Shrikes and Crows / Plovers

This is a colour coded guide to how easy it is to see these birds in and around Wanborough. Please note that many of our birds migrate and can only be seen either in the spring/summer or the autumn/winter. This means there will be something to find all year round. If you need help identifying a bird and can't find it here, then try the "Identify a bird" section on the RSPB website.

Click on the images below to see more pictures of our local bird population.

Easy to see around the village, good for new bird spotters to identify

Frequent visitor fairly easy to find around the village and surrounds

More difficult to spot, rare to find in the village, you will have to go looking for these

A rare find, keep your eyes open, you never know you might be lucky.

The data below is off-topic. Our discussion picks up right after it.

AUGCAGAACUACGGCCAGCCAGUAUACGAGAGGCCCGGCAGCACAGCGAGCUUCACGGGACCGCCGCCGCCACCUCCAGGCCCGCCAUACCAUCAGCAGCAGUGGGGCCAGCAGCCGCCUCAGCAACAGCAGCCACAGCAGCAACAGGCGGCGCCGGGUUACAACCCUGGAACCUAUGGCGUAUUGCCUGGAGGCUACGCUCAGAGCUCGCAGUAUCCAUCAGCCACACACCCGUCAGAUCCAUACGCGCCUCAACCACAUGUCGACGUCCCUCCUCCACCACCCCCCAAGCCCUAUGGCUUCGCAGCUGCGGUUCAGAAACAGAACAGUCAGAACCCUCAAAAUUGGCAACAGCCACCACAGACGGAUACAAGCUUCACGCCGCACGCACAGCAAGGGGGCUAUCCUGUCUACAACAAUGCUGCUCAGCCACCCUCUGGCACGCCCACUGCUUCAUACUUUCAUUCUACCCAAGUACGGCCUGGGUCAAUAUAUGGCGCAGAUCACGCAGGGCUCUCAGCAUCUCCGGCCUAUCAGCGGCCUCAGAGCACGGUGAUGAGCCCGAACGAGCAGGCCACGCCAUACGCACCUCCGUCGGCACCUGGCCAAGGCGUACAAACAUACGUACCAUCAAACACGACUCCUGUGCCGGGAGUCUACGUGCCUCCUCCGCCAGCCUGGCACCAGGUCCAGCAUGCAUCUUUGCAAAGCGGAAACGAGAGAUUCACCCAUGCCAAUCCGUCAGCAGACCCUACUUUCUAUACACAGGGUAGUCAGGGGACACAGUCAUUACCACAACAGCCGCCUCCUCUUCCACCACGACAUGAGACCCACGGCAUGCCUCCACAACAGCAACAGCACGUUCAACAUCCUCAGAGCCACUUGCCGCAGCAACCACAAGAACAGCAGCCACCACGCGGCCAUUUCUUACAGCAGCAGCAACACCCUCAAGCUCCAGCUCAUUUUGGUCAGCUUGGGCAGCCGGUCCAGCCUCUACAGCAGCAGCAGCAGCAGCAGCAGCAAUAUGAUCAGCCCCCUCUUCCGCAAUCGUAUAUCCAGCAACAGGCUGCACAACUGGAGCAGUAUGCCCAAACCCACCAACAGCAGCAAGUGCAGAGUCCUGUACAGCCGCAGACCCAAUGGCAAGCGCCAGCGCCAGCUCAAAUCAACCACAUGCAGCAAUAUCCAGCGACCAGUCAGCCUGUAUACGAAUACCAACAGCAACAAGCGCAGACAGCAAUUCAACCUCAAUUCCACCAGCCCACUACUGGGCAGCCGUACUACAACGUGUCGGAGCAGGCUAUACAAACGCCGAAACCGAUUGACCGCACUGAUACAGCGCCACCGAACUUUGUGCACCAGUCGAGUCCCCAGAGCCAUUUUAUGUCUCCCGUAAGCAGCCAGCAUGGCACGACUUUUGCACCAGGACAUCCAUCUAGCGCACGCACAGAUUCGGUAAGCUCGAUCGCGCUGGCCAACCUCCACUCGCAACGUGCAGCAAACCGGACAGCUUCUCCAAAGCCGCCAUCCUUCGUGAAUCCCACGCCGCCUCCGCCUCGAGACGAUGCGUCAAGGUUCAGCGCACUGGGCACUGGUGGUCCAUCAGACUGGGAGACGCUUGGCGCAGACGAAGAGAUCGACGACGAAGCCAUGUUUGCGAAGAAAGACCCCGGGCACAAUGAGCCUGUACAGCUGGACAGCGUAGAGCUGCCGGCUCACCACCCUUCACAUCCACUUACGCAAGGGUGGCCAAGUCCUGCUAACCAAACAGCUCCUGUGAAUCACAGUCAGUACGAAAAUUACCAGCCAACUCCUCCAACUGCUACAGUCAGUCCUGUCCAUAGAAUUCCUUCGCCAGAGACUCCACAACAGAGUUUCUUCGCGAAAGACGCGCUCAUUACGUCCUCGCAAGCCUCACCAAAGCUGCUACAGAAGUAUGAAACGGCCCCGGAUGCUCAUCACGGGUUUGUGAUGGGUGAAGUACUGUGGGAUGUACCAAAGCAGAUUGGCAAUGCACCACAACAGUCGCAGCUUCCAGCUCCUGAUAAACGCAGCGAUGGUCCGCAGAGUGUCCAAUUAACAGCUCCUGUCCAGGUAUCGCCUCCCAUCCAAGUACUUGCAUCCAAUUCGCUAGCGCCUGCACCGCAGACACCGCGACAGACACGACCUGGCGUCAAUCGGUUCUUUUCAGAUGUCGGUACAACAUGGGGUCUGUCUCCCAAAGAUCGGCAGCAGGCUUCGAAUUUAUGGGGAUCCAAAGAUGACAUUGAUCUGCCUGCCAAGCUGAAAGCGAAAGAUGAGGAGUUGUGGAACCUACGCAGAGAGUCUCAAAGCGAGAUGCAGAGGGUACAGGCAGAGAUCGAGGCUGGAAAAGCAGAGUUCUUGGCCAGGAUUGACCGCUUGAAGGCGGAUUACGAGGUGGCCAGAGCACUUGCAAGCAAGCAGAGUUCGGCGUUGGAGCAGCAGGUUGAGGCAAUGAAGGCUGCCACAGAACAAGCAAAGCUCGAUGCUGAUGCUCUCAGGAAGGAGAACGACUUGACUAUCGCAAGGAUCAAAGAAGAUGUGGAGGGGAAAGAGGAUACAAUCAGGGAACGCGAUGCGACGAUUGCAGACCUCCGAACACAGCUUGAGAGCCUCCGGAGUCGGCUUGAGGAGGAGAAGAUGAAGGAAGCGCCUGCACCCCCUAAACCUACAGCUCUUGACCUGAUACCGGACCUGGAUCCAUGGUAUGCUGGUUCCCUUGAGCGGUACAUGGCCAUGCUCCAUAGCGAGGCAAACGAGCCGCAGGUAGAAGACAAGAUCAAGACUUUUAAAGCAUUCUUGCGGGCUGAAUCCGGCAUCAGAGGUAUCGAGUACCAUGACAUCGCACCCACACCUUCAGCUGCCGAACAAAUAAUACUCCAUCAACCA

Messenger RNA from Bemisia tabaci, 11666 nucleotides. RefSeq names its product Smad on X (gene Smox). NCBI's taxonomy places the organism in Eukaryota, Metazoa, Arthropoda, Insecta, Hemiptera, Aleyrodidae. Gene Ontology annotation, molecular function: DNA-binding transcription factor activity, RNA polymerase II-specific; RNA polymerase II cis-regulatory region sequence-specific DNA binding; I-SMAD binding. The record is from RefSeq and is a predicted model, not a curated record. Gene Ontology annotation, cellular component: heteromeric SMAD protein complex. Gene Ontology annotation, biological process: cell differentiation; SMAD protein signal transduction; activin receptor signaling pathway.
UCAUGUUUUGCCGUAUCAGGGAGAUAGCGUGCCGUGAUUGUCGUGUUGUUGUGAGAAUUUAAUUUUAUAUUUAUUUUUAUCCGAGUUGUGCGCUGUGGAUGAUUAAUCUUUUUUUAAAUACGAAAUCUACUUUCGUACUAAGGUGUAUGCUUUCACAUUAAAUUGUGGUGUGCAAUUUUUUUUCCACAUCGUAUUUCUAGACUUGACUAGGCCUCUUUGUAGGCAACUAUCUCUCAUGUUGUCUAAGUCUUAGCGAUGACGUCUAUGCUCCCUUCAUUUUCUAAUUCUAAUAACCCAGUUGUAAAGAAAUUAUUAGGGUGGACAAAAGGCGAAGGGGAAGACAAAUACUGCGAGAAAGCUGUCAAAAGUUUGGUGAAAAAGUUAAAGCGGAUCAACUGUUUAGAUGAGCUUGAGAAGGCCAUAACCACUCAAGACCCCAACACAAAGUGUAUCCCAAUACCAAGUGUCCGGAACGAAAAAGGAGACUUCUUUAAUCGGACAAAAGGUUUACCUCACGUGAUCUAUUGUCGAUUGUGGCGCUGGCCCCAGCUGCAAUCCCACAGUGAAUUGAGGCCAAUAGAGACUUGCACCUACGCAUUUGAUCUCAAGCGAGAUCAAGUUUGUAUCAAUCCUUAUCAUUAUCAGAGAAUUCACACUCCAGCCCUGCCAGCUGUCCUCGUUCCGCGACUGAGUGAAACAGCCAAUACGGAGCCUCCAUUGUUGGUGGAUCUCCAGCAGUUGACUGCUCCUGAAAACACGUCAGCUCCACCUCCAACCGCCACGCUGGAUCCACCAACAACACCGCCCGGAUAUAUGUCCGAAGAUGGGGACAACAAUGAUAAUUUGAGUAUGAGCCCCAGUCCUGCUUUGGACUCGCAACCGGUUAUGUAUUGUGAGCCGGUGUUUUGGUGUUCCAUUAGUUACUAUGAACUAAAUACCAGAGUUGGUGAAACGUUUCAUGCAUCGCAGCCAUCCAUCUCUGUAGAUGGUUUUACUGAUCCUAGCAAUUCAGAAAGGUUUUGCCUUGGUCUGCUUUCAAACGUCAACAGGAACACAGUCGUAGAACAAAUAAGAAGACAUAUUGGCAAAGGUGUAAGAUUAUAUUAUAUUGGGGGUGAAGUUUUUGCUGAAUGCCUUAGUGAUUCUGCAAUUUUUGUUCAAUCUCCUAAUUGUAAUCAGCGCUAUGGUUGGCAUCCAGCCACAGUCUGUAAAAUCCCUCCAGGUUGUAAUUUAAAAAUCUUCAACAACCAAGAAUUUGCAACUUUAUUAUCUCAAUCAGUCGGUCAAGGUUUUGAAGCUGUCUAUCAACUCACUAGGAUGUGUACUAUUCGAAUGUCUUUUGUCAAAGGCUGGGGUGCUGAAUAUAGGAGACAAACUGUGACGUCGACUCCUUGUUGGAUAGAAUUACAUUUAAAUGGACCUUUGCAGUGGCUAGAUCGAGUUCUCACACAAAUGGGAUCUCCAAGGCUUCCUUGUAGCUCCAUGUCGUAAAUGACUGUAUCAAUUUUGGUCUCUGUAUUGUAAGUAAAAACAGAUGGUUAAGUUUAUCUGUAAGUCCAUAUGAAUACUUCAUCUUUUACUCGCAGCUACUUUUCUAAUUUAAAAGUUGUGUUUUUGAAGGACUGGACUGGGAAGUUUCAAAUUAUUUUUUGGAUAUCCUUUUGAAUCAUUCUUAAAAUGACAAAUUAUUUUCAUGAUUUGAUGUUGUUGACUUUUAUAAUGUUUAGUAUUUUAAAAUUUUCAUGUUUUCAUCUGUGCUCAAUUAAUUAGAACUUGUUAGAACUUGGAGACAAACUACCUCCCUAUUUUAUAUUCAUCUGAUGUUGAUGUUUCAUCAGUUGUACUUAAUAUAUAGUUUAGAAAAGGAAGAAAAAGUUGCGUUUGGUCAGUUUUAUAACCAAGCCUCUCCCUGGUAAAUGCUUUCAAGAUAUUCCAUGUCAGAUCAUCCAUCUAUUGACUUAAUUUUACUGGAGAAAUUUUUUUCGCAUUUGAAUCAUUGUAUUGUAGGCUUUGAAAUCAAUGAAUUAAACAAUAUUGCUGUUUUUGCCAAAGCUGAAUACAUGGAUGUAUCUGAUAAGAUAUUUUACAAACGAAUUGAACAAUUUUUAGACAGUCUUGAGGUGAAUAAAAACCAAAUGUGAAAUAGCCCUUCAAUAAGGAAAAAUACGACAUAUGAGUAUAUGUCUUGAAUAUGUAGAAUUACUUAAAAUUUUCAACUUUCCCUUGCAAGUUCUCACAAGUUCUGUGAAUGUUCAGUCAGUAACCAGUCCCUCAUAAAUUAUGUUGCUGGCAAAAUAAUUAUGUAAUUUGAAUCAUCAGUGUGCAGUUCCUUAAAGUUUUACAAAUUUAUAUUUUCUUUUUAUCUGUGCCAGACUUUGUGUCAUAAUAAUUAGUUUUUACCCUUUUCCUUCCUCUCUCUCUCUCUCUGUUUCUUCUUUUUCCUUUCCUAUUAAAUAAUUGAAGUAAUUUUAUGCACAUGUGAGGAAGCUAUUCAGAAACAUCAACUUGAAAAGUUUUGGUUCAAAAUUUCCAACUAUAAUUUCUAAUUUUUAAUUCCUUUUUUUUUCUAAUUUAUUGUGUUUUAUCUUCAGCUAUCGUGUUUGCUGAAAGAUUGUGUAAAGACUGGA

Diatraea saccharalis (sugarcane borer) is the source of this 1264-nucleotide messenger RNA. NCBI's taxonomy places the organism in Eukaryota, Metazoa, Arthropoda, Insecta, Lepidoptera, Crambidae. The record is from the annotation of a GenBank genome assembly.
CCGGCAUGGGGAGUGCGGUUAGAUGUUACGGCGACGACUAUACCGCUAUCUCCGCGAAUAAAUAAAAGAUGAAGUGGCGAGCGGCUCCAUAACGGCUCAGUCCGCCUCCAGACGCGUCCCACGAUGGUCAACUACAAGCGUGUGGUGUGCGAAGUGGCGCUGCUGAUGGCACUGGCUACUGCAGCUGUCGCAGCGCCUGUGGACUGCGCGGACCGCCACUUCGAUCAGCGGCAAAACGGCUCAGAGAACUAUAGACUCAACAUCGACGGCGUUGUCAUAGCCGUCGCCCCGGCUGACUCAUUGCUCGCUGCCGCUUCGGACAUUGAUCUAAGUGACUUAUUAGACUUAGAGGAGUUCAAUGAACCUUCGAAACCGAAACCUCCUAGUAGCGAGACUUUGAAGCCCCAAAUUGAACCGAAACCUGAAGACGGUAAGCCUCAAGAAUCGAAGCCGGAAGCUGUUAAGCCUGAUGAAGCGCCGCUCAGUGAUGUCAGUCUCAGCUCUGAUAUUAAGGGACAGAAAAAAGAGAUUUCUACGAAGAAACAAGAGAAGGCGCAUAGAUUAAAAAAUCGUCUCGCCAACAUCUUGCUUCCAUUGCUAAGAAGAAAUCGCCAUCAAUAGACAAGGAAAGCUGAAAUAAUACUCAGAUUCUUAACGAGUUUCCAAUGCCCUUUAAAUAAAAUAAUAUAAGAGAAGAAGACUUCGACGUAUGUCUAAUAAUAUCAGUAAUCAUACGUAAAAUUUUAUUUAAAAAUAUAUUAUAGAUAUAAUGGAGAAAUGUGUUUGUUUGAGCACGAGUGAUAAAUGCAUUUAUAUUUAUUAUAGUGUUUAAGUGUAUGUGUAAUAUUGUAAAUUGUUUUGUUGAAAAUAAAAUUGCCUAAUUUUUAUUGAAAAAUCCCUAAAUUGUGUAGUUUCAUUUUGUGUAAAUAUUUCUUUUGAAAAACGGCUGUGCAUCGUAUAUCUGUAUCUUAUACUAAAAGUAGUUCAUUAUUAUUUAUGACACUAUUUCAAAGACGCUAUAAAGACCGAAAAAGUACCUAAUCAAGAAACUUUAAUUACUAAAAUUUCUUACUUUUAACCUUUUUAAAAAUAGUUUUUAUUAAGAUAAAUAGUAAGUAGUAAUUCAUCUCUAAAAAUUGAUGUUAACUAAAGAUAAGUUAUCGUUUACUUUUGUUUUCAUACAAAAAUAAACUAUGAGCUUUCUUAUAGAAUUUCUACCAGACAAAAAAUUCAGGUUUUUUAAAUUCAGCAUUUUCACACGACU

The Pinkish cousin of the crow, has been seen in the area on occasion, in Warneage Wood around Badgers Close and The Hollow

Shrikes and Crows

Photo

Name

Spotted in Wanborough or around

Comments

Jay

Common Magpie

Black with a White vest and not very friendly, very common across the parish.

Carrion Crow

So as not to confuse with the Rook, the old country saying goes 'If it's a Crow in a crowd, it's a Rook. If it's a Rook on it's own, it's a Crow'. Can be seen around Foxhill and in the fields across Wanborough Plain

Rook

Large rookery forms each spring in tall deciduous trees at the top of Callas Hill, above the telephone exchange, Around the crossroads at Foxhill and as you leave the village along Ham Road

Jackdaw

Jet black with a beady blue eye, likes to hang around roofs and chimney pots etc. Regularly perched on roof tops around Upper Wanborough

Common Starling

Once the most common bird in UK, can still be seen near to houses around the village, likes to perch on TV aerials.

Regular visitor to the outlying fields, these like to group together into a bigger flock and fly around the chalky downlands

Plovers

Photo

Name

Spotted in Wanborough or around

Comments

Golden Plover